In 1931 the mathematical logician Kurt Godel published a revolutionary paper that challenged certain basic assumptions underpinning mathematics and logic. A colleague of Albert Einstein, his theorem proved that mathematics was partly based on propositions not provable within the mathematical system and had radical implications that have echoed throughout many fields. A gripping combination of science and accessibility, Godel’s Proof by Nagel and Newman is for both mathematicians and the idly curious, offering those with a taste for logic and philosophy (...) the chance to satisfy their intellectual curiosity. (shrink)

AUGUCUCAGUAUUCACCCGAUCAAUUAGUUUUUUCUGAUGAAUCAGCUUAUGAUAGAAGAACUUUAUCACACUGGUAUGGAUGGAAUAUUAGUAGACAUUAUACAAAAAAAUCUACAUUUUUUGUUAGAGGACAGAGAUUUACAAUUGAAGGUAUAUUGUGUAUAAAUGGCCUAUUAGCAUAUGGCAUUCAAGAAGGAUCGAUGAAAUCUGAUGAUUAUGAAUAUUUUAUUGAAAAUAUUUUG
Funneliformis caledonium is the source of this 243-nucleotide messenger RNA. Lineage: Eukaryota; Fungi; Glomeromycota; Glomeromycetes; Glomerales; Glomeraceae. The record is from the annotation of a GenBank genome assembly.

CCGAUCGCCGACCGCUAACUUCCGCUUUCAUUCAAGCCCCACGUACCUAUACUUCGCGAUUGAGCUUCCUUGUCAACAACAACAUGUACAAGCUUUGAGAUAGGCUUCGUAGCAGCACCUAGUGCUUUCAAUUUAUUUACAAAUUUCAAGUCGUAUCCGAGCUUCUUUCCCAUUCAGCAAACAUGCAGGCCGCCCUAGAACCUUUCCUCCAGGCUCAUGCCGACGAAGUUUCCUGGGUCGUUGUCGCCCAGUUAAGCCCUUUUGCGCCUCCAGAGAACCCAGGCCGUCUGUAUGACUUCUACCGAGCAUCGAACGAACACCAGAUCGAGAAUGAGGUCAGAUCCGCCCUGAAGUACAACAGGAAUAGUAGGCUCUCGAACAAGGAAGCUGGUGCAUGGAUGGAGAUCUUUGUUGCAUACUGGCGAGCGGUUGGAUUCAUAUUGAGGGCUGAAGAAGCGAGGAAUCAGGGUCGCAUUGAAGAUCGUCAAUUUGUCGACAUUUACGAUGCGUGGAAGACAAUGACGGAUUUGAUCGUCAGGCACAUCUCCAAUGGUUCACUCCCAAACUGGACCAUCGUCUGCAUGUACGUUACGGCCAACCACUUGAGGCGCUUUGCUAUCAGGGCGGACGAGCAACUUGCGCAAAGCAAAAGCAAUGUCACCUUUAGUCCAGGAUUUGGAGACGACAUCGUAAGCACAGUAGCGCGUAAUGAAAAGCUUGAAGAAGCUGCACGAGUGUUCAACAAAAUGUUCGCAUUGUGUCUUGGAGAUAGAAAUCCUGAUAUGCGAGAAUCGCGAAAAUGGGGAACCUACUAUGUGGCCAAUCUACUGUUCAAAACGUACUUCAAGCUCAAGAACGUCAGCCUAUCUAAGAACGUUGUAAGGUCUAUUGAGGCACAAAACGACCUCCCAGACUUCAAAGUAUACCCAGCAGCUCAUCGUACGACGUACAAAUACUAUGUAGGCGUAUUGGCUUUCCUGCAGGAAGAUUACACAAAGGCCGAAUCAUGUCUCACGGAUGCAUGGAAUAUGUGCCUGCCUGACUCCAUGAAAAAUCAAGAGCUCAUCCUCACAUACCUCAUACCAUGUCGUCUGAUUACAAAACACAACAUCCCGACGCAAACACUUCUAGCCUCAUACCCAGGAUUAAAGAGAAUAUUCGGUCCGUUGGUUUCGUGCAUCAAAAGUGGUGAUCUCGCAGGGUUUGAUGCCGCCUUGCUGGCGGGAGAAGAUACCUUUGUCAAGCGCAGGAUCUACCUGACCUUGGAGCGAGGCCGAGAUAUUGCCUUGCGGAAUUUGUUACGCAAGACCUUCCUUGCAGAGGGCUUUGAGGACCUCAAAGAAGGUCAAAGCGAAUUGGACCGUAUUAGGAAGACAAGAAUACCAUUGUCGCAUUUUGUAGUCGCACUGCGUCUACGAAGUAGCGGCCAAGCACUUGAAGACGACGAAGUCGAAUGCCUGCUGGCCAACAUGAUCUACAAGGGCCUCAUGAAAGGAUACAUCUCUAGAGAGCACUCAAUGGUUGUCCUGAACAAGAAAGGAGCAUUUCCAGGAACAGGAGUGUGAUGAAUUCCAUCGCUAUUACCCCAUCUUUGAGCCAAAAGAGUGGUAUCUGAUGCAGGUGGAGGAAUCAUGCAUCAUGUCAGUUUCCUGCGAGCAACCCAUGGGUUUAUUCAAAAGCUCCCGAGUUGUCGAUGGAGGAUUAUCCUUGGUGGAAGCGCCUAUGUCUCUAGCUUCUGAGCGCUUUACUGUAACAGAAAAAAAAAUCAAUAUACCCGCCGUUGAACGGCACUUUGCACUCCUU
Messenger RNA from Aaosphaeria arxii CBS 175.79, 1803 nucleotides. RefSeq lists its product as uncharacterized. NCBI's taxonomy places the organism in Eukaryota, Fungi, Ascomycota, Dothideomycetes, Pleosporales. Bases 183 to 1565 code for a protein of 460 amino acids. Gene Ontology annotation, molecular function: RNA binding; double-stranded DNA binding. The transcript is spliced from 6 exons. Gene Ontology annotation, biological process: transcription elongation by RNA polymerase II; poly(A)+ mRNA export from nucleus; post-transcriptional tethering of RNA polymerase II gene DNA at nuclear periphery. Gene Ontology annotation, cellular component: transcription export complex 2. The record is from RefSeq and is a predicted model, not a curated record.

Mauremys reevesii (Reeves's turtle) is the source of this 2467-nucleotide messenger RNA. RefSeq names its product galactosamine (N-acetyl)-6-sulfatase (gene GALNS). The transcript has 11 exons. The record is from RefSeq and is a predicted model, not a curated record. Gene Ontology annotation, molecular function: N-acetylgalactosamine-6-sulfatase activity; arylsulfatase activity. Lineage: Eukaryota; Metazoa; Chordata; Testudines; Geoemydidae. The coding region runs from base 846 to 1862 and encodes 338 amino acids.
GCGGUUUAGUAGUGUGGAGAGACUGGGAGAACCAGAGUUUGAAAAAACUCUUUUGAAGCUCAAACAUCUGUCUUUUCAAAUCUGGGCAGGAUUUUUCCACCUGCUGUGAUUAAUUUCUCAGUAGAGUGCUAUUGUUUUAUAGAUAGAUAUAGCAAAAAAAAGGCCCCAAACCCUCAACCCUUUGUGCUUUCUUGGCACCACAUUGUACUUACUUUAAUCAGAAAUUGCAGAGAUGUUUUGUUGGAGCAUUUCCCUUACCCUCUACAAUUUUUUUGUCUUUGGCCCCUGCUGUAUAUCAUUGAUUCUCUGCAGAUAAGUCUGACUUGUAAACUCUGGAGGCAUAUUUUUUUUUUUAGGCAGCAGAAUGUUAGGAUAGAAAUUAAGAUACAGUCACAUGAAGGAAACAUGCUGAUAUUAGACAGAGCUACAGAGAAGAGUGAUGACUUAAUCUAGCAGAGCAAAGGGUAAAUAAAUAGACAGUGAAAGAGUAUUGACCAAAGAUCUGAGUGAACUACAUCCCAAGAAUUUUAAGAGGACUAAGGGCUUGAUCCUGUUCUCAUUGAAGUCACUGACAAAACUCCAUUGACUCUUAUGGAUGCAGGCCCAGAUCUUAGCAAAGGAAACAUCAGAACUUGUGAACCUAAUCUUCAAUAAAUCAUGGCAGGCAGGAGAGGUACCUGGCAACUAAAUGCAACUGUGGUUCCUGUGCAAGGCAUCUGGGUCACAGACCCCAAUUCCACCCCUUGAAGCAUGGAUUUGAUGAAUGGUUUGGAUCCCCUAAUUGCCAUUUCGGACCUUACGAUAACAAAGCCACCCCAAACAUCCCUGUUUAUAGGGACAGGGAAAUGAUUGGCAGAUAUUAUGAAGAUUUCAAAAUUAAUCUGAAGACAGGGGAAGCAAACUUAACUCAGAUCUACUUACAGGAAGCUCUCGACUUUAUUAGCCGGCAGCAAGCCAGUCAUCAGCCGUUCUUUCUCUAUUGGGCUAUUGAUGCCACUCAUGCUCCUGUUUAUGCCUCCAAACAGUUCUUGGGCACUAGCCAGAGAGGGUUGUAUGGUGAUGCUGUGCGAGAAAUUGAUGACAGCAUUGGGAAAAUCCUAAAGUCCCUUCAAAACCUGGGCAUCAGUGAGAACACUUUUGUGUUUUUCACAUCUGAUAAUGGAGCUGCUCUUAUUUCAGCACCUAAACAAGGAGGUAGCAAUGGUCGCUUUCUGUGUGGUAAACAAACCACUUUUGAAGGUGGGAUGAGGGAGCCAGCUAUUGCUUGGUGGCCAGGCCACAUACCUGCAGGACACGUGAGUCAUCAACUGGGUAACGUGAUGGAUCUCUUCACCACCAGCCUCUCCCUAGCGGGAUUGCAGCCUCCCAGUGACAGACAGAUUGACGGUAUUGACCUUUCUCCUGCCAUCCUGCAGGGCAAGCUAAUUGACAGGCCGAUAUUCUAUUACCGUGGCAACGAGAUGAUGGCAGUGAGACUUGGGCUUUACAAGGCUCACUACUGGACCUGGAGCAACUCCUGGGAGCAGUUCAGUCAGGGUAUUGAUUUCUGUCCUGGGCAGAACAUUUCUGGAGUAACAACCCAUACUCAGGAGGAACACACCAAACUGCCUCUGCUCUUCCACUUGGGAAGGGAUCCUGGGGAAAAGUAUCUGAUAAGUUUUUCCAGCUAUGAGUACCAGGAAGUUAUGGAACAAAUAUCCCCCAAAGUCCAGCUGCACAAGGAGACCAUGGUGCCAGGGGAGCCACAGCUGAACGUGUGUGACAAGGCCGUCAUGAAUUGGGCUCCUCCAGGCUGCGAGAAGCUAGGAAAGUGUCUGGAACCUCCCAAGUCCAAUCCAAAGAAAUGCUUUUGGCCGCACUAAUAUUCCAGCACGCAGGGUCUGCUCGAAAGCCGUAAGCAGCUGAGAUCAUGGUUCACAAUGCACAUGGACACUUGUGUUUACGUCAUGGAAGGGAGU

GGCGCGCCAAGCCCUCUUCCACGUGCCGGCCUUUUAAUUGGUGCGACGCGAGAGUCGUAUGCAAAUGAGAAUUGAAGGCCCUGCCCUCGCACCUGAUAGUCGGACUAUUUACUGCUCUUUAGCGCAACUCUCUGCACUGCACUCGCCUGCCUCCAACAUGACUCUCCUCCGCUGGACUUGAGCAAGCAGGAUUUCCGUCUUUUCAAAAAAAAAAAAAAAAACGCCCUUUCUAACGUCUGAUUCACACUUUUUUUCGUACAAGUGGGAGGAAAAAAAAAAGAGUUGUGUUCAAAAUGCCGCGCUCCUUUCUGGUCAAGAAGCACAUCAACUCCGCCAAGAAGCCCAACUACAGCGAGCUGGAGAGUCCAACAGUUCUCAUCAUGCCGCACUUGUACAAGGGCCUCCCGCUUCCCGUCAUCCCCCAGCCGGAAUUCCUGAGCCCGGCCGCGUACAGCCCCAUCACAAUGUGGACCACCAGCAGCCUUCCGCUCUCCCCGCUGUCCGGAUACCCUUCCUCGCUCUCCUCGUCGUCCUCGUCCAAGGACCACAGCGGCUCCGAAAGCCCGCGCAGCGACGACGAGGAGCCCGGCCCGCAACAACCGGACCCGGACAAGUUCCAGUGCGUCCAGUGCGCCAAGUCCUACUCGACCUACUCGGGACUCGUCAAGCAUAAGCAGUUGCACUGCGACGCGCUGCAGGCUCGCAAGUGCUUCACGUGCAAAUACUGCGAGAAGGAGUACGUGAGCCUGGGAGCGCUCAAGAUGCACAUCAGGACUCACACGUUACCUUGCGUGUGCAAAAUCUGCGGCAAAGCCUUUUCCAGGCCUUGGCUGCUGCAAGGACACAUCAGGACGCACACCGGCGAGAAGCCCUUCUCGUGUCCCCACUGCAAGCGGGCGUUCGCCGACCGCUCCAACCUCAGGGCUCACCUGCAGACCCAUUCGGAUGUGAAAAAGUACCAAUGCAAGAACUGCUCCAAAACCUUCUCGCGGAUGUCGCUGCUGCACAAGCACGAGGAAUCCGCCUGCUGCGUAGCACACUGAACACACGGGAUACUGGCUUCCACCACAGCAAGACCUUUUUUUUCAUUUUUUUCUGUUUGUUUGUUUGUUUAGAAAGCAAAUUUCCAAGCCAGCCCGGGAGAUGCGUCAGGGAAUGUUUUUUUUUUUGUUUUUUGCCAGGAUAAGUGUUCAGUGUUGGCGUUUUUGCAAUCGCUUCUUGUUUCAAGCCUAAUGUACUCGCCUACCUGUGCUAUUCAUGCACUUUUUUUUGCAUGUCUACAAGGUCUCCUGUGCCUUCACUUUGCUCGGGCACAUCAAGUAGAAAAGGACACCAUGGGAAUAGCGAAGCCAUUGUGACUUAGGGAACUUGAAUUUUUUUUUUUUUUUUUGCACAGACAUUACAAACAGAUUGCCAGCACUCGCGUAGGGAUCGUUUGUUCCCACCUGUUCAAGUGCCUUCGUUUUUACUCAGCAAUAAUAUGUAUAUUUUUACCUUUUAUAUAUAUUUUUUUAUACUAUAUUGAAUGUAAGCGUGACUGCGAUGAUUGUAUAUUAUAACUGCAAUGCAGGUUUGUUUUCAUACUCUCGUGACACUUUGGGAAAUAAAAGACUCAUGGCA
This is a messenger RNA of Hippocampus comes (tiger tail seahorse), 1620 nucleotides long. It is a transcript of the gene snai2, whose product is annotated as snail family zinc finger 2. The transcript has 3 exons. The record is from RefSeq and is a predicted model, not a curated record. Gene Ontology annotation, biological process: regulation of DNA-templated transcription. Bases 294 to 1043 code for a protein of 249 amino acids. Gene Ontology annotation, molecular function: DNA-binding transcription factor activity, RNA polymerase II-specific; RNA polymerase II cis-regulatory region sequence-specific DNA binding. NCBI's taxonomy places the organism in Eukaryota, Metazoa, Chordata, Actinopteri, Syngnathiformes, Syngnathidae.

This long, diffuse, and intermittently quite interesting work is an attempt to explain and justify the process by which the concept of truth has been transformed in modern and contemporary philosophy from a doctrine of adequation via one of the true vision of things to that of the activity of the free subject. The main figures in this process are Descartes, Leibniz, Kant, and Hegel, although considerable space is devoted to Fichte, Schelling, Nietzsche, Husserl, Heidegger, Wittgenstein, and even K. O. (...) Apel and Hans Wagner. Despite the discussion of Wittgenstein and an odd comment or so about Frege, modern philosophy means primarily modern German philosophy; there is, however, some peripheral treatment of contemporary analytical thought. One may perhaps point to three main aspects of the author’s program. The first is his acceptance of the currently fashionable view that semantics is the orientating branch of philosophy. This thesis follows from the author’s acceptance of the historical rejection of Cartesian and Leibnizian intuition in favor of Kantian and Hegelian emphasis upon rationality as categoricity or conceptualism. The second aspect is Simon’s regular attempt to assimilate semantics into the doctrine of reflection. Hence the emphasis upon concepts shifts from that of objects to a second-order reflection upon the nature of conceptual thinking. The third aspect is in many ways the most comprehensive; at least Simon’s book culminates in its articulation. This is the attempt to assimilate the doctrine of reflection into a conception of freedom as a doctrine of both Recht and communication. I found especially valuable the emphasis upon the contribution of the subject to "objective" conceptions of meaning and truth. There are very good pages on the modern doctrine of intuition and the changing role assigned to imagination. The regular emphasis placed by Simon on negation as determination, and hence upon negation of negation as a crucial element even within non-dialectical logic, is also valuable. I was less persuaded by the treatment of intersubjectivity as an expression of a hermeneutics of communication within the context of a doctrine of individual rights. This Fichtean revision of Habermas and Apel may be the latest chapter in German academic philosophy of the traditional stream, but it does not follow even on Simon’s quasi-Hegelian principles that the text is sound. The deepest problem facing the author is to prevent the concept of truth from dissolving altogether into subjective reflection upon the limitations of objective definitions of truth. Stated somewhat differently, the author fails to persuade this reader that truth is actually the consensus of the community. Whatever the "positivist" deficiencies of Descartes and Leibniz, they do provide us with a concept of truth that is not easily mistaken for ideology.—S.R. (shrink)